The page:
PolitiFact’s pronouncements about Obamacare were widely repeated by pro-Obama reporters and pundits, and had a meaningful impact on the outcome of the election. Indeed, in 2009, PolitiFact won the Pulitzer Prize for its coverage of the 2008 campaign.

Here’s the screen capture from 2008:

Politifact caught with its pants on fire
Politifact caught with its pants on fire

2013 PolitiFact after the election: ‘We rate his statement Pants On Fire’

Roy writes: (links removed)

On December 12, [2013] the self-appointed guardians of truth and justice at PolitiFact named President Obama’s infamous promise—that “if you like your health care plan, you can keep it”—its 2013 “Lie of the Year.”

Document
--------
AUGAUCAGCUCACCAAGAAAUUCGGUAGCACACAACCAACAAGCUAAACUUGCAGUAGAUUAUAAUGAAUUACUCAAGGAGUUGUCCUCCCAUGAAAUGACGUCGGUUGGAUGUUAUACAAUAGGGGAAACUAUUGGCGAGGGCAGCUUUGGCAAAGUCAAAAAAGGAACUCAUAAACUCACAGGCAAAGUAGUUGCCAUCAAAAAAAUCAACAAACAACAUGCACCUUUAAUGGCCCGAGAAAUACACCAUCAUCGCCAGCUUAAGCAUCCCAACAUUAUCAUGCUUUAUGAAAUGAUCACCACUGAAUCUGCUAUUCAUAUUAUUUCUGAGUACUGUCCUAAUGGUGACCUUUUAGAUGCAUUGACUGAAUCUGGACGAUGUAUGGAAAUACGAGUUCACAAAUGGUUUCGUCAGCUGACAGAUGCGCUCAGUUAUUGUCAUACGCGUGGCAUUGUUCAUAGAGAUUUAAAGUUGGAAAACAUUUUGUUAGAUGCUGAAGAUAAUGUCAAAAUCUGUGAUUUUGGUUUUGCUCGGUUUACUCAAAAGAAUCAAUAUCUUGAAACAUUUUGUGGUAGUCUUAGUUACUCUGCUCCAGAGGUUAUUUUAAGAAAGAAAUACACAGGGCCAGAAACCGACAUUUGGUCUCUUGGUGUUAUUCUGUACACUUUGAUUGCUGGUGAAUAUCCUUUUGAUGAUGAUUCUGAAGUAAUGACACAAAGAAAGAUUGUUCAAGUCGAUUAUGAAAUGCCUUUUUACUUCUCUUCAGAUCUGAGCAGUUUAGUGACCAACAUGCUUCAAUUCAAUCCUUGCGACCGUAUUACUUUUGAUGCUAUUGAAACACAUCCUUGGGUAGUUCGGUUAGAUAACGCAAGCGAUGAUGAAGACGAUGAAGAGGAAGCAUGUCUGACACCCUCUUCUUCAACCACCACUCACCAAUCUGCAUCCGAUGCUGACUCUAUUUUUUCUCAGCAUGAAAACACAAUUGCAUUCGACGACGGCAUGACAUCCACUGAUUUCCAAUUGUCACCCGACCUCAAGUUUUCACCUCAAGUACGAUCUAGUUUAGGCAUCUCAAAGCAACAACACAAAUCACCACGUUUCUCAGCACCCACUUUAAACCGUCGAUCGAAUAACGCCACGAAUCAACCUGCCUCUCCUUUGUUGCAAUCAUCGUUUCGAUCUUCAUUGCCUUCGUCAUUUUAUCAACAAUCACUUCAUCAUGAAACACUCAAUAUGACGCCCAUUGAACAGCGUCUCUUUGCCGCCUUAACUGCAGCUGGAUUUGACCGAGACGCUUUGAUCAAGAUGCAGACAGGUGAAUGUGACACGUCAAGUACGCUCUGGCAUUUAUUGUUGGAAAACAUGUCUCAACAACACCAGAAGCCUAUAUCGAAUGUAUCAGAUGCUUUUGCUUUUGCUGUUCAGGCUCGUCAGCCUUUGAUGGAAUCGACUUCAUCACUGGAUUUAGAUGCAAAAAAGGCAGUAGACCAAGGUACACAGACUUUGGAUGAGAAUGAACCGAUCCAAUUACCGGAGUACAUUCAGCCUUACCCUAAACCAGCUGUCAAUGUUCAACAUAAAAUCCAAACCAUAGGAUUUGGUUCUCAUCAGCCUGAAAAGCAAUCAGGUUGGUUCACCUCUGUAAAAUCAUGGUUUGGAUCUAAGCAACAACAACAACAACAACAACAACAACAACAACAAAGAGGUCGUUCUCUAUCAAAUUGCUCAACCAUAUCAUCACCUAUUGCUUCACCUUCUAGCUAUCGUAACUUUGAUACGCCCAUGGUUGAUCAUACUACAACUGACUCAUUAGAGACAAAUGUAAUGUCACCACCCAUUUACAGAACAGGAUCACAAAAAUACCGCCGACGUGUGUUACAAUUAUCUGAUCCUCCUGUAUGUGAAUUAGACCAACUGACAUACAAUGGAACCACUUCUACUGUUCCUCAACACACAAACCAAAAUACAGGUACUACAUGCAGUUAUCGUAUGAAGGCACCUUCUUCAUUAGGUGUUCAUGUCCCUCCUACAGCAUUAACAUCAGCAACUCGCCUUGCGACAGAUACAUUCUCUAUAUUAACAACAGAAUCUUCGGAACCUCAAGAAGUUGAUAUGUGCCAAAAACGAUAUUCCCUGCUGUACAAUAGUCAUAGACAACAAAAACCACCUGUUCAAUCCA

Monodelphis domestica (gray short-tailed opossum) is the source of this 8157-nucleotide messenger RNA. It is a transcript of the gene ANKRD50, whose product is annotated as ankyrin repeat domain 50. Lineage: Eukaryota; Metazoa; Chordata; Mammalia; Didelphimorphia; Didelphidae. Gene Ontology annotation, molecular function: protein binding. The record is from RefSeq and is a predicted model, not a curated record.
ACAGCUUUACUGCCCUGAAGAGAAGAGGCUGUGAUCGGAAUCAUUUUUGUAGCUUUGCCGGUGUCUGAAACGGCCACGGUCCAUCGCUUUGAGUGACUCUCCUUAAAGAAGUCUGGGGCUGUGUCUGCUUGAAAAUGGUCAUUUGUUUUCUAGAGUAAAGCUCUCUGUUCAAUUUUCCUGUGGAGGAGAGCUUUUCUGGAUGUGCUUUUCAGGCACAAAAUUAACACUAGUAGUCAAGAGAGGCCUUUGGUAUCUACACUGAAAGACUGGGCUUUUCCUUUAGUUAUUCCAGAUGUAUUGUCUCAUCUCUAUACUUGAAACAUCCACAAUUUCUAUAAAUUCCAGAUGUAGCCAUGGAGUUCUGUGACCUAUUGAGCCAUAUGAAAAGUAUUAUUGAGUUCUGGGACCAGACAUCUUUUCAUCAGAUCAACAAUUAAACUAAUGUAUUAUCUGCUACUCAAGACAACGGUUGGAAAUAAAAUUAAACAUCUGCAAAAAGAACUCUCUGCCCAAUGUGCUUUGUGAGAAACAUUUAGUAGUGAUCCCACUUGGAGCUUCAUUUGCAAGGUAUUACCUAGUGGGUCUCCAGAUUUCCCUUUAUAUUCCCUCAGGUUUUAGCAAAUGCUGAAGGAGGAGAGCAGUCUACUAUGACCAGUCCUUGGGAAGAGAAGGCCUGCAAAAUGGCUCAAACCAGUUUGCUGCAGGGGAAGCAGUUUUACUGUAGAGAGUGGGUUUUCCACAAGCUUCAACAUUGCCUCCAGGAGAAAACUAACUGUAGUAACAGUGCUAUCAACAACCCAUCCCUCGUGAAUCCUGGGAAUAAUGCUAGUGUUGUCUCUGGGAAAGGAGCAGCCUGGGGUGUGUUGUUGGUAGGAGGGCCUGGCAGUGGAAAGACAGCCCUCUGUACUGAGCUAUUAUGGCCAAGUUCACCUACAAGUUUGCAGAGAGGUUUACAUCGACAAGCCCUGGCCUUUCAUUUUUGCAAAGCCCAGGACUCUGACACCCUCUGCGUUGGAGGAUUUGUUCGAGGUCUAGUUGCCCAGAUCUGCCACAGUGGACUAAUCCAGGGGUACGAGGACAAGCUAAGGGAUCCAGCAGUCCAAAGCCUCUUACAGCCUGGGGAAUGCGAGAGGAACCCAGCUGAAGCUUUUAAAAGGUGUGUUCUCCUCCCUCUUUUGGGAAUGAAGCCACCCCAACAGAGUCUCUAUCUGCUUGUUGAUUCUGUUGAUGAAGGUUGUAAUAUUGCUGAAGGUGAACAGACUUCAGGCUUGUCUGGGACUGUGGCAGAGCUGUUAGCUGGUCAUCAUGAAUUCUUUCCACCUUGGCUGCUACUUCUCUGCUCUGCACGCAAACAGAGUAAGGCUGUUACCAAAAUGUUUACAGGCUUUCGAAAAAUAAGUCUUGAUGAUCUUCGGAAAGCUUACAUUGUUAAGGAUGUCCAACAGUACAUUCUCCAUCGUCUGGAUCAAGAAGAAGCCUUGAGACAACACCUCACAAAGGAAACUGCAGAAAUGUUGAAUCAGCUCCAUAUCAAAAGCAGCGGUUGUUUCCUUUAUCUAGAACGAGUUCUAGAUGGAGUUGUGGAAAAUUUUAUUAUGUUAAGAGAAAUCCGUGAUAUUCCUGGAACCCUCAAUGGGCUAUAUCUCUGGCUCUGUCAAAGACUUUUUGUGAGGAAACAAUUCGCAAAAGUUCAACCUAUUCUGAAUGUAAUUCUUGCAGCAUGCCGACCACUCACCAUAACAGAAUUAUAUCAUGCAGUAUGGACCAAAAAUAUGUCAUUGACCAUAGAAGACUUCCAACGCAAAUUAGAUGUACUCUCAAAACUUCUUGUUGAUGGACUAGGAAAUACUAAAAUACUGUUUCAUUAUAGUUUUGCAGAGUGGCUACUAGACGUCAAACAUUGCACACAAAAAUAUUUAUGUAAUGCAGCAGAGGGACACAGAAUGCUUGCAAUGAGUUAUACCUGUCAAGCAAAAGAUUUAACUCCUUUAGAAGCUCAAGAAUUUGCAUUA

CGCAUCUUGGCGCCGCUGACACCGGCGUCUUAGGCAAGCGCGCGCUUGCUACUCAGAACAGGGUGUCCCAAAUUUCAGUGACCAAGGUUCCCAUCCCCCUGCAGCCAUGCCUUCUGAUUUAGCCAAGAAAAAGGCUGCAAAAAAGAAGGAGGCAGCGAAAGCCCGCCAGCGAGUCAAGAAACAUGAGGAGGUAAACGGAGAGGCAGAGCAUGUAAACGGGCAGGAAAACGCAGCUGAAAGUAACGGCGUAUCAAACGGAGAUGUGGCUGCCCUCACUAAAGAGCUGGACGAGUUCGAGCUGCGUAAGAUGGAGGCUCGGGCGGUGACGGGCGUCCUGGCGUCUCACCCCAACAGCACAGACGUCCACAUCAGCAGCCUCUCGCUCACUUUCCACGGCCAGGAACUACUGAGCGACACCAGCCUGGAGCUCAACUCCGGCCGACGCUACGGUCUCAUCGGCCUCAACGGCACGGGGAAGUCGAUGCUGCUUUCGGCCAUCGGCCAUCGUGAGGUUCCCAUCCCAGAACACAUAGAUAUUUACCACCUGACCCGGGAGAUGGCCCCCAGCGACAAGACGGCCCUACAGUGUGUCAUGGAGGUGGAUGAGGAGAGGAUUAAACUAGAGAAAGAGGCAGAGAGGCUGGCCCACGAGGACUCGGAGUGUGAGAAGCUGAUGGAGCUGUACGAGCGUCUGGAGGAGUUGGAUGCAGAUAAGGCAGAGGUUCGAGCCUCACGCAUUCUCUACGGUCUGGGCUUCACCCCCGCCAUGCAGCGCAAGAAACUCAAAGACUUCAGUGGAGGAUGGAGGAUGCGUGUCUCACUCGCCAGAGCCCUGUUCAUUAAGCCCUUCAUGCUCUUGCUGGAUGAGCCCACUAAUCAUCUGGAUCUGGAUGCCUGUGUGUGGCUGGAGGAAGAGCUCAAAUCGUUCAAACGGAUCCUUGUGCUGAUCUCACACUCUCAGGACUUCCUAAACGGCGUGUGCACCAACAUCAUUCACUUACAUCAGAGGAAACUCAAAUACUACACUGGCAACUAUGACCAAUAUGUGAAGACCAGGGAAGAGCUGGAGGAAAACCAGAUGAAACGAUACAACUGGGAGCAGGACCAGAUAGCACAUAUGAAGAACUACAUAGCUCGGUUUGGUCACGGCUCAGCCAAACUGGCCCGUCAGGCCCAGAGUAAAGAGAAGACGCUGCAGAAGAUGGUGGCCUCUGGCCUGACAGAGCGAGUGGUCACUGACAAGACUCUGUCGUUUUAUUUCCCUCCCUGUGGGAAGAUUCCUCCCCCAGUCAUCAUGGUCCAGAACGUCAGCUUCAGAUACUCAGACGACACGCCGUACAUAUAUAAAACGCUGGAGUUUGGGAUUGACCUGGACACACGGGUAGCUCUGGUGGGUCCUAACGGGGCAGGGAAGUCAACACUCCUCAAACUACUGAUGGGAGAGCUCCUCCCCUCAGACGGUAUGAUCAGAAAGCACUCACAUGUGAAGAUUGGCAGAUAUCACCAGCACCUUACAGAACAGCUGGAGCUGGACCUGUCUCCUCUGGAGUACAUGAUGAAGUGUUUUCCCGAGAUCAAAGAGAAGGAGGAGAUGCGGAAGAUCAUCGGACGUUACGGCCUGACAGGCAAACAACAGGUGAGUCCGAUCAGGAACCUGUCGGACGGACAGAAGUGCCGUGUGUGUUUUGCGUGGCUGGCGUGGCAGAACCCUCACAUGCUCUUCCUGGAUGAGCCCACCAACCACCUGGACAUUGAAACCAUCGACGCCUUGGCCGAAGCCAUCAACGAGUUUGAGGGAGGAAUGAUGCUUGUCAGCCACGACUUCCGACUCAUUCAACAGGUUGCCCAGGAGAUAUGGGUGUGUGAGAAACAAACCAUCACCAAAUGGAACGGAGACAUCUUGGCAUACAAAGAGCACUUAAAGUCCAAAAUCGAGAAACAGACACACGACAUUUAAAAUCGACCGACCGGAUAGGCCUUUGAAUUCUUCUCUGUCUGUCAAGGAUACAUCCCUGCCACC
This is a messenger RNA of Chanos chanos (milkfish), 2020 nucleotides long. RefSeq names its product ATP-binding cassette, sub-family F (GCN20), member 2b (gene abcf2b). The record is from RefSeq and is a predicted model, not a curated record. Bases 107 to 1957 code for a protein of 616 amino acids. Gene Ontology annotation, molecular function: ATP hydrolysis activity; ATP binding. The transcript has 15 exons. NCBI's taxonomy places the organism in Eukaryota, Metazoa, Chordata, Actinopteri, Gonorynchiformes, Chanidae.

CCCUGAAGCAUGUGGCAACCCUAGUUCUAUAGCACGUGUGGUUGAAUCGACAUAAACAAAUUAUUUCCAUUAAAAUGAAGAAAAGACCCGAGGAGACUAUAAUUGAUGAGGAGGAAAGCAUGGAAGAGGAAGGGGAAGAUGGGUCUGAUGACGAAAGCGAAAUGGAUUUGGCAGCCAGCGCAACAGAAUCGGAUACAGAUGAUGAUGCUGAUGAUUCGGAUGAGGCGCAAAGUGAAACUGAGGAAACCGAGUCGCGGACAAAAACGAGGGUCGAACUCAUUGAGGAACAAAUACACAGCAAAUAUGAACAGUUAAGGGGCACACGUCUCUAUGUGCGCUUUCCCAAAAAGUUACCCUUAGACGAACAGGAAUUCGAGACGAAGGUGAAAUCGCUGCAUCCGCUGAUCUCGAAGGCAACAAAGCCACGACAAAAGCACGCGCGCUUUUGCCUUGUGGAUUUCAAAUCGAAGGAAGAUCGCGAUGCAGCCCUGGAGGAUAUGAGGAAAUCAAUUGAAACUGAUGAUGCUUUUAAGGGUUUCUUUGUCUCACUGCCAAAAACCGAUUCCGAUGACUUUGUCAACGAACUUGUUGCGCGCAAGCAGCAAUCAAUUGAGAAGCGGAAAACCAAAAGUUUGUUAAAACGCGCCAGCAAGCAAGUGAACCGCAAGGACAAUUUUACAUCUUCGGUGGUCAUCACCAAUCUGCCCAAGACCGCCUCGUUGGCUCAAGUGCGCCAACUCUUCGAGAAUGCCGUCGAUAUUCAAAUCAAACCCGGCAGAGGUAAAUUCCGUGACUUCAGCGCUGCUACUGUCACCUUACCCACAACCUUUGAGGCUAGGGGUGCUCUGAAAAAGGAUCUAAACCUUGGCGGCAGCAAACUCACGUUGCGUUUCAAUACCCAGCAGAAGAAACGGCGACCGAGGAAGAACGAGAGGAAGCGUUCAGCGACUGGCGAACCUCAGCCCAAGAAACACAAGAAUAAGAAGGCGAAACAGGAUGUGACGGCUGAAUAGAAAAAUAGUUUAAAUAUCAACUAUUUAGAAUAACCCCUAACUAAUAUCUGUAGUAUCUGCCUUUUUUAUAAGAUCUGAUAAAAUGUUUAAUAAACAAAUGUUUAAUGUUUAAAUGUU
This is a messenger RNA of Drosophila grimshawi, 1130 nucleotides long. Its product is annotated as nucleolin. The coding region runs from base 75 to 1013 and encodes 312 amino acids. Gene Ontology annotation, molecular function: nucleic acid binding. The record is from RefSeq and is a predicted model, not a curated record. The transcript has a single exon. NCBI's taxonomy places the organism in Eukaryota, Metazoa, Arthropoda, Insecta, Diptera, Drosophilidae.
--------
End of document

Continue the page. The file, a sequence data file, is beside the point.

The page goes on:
[…]So that brings us back to the fall of 2013. As Obamacare’s battle station became operational, and tens of millions of health plans became illegal, PolitiFact was caught with its flaming pants down. Louis Jacobson rapped Valerie Jarrett for tweeting that “nothing in Obamacare forces people out of their health plans”—a claim Jacobson rated as “False,” even though PolitiFact had rated it as “True” and “Half True” before.

On November 4, Jacobson rated as “Pants on Fire” the President’s new claim that “what we said was, you can keep [your plan] if it hasn’t changed since the law passed.” Both pieces were edited by Angie Drobnic Holan, who had initially granted PolitiFact’s seal of approval to Senator Obama’s 2008 promise. Holan delivered the coup de grâce, declaring as PolitiFact’s “Lie of the Year” the “keep your plan” promise.